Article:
subl %eax, -8(%ebp)
movl 20(%ebp), %eax
movl -16(%ebp), %edx
movl %edx, (%eax)
movl 20(%ebp), %eax
leal 4(%eax), %edx
movl -12(%ebp), %eax
movl %eax, (%edx)
movl 20(%ebp), %eax
leal 8(%eax), %edx
movl -8(%ebp), %eax
movl %eax, (%edx)
movl 20(%ebp), %eax
leal 12(%eax), %edx
movl -4(%ebp), %eax
movl %eax, (%edx)
leave
.cfi_restore 5
.cfi_def_cfa 4, 4
ret
.cfi_endproc
######

#### color2.s

.file "color2.c"
.text
.globl rgb2cmyk
.type rgb2cmyk, @function
rgb2cmyk:
.LFB0:
.cfi_startproc
pushl %esi
.cfi_def_cfa_offset 8
.cfi_offset 6, -8
pushl %ebx
.cfi_def_cfa_offset 12
.cfi_offset 3, -12
movl 24(%esp), %eax
movl $255, %ebx
movl %ebx, %esi
subl 12(%esp), %esi
movl %ebx, %ecx
subl 16(%esp), %ecx
subl 20(%esp), %ebx
cmpl %ecx, %esi
jge .L2
cmpl %ebx, %esi
movl %ebx, %edx
cmovle %esi, %edx
jmp .L3
.L2:
cmpl %ebx, %ecx
movl %ebx, %edx
cmovle %ecx, %edx
.L3:
subl %edx, %esi
movl %esi, (%eax)
subl %edx, %ecx
movl %ecx, 4(%eax)
subl %edx, %ebx
movl %ebx, 8(%eax)
movl %edx, 12(%eax)
popl %ebx
.cfi_restore 3
.cfi_def_cfa_offset 8
popl %esi
.cfi_restore 6
.cfi_def_cfa_offset 4
ret
.cfi_endproc

4. Below is an assembly-language program that compiles and runs on a 64-bit Intel machine. Two lines in the code need to be explained. See the code documentation for the particulars.

### Yet another "Hello, world!" in assembly language.
##
## The register %rip is the "program counter" or, in Intel-speak,
## the "instruction pointer": whatever the name, %rip holds the
## address of the next instruction to execute.
## In the code below, one line is marked EXPLAIN. In particular,
## explain in detail how the first operand to leaq--the operand
## hello(%rip)--works in this example. You can explain in words,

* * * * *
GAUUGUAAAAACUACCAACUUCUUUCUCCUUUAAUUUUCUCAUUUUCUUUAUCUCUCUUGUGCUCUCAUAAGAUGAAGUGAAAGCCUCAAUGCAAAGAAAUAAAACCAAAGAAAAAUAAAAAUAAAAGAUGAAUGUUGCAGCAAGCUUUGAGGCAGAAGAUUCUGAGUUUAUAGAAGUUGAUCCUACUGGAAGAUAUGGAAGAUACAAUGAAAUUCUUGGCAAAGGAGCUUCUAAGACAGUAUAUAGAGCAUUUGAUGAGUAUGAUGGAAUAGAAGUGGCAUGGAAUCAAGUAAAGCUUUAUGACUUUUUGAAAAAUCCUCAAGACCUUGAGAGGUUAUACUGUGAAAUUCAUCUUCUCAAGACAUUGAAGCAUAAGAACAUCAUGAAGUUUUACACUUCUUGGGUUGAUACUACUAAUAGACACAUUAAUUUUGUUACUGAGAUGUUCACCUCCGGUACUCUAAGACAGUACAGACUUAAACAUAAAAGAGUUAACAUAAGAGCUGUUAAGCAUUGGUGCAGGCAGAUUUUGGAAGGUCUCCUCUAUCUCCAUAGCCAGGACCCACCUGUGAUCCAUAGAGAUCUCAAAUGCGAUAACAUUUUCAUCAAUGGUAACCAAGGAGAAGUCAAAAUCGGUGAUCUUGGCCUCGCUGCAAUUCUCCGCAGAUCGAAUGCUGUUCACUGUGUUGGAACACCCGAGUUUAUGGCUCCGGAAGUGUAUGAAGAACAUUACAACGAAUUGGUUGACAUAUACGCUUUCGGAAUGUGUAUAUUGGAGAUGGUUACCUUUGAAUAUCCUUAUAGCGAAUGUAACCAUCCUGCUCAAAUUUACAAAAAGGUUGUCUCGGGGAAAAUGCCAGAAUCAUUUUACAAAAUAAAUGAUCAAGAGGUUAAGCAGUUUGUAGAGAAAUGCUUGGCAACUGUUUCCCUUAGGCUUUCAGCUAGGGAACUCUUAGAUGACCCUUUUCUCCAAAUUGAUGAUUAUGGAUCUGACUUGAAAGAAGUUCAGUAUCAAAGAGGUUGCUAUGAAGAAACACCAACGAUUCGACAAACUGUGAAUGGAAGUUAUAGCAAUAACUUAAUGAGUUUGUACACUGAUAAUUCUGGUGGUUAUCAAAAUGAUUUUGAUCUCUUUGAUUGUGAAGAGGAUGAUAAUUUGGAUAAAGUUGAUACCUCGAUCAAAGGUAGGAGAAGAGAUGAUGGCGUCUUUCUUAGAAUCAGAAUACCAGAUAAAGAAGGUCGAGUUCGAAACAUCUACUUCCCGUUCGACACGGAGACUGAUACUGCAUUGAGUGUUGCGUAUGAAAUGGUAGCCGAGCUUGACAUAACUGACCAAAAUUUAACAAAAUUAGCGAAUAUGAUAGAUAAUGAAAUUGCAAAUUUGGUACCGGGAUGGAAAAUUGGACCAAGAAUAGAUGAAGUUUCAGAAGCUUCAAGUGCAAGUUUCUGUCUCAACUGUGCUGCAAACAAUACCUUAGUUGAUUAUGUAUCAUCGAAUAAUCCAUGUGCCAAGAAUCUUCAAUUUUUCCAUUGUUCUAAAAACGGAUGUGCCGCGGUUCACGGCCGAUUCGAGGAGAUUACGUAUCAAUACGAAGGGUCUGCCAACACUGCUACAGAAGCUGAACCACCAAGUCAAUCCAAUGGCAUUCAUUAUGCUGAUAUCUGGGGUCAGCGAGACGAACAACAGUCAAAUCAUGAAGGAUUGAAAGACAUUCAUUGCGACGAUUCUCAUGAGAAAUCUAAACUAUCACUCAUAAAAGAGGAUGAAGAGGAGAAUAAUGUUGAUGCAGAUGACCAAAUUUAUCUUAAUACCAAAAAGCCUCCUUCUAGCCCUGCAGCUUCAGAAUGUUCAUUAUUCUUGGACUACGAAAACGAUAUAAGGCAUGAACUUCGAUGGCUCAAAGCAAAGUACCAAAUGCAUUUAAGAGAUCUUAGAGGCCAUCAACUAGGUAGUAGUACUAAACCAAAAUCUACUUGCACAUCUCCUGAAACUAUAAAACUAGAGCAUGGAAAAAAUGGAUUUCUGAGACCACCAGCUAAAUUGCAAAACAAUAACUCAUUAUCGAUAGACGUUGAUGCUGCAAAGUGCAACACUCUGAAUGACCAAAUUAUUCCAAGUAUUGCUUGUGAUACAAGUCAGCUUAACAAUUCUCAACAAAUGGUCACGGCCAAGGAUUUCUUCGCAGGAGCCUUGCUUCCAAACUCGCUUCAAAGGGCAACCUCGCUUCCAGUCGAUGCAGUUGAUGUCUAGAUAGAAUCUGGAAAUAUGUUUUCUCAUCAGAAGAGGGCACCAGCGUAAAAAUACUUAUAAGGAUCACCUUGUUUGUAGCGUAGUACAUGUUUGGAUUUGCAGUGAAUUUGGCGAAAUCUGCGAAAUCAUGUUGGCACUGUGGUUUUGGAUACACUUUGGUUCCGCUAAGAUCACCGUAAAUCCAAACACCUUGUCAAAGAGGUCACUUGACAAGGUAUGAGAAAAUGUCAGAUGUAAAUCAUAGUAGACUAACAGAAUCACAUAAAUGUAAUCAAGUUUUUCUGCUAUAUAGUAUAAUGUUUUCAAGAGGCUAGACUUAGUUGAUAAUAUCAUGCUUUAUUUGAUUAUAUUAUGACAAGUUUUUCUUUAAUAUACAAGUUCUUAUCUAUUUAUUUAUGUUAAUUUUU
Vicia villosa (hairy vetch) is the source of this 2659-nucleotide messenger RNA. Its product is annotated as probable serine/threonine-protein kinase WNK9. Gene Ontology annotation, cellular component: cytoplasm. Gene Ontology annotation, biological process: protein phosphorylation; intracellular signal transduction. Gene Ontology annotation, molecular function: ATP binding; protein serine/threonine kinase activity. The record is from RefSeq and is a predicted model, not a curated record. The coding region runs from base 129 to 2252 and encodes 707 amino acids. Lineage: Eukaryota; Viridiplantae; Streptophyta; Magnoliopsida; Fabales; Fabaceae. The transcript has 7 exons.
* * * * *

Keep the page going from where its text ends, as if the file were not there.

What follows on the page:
## in pictures, or in a mix of the two--whatever it takes to show
## that you understand how this particular line works.
##
## One more line, ALSO EXPLAIN, requires explanation. This should
## be more straightforward.
.data
hello:
.ascii "Hello, world!\n"
.text
.globl main
main:
subq $8, %rsp

movb $0, %al            ## %al = "low" order bits in %rax == %eax
leaq hello(%rip), %rdi ## EXPLAIN
call printf

movq $0, %rdi          ## ALSO EXPLAIN
call exit

Solution Preview

This material may consist of step-by-step explanations on how to solve a problem or examples of proper writing, including the use of citations, references, bibliographies, and formatting. This material is made available for the sole purpose of studying and learning - misuse is strictly forbidden.

/*2. My improvement is the change the buffer from a char of a specific size to a char pointer which needs to be returned
* This allows for the same size array, but now it is specifically writing to memory that won't lose its data
* once the function is exited and the scope changes.
*/

#include <stdio.h>
#include <string.h>
#include <stdlib.h>

#define MaxBuffer 64

typedef struct Emp {
char    lname[MaxBuffer + 1];
char    fname[MaxBuffer + 1];
char    mi;
unsigned dept;
unsigned id;
float    sal;
} Emp;

const char* toString(const Emp* emp) {
char *buffer = (char*)malloc(MaxBuffer * 10); /* make it plenty big */
char local[MaxBuffer + 1];
memset(buffer, 0, sizeof(buffer)); /* zero out buffer */
memset(local, 0, sizeof(local));    /* ditto */

/** Stringify the Emp object with human-readable information. **/
strcpy(buffer, "Employee information:\n");
sprintf(local, "\tID:   %i\n", emp->id);
strcat(buffer, local);
sprintf(local, "\tName: %s %c. %s\n", emp->fname, emp->mi, emp->lname);
strcat(buffer, local);
sprintf(local, "\tDept: %i\n", emp->dept);
strcat(buffer, local);
sprintf(local, "\tSal: %f\n", emp->sal);
strcat(buffer, local);
return buffer;
}

int main() {
Emp fred;
memset(&fred, 0, sizeof(fred)); /* zero out the fred structure */
/* Populate the members with data. */
strncpy(fred.lname, "Flintstone", strlen("Flintstone"));
strncpy(fred.fname, "Fred", strlen("Fred"));
fred.mi = 'J';
fred.dept = 27;
fred.id = 1234;
fred.sal = 31514.00f;
printf("%s\n", toString(&fred)); /* invoke toString(...) */

return 0;
}...

This is only a preview of the solution. Please use the purchase button to see the entire solution

Related Homework Solutions

Get help from a qualified tutor
Live Chats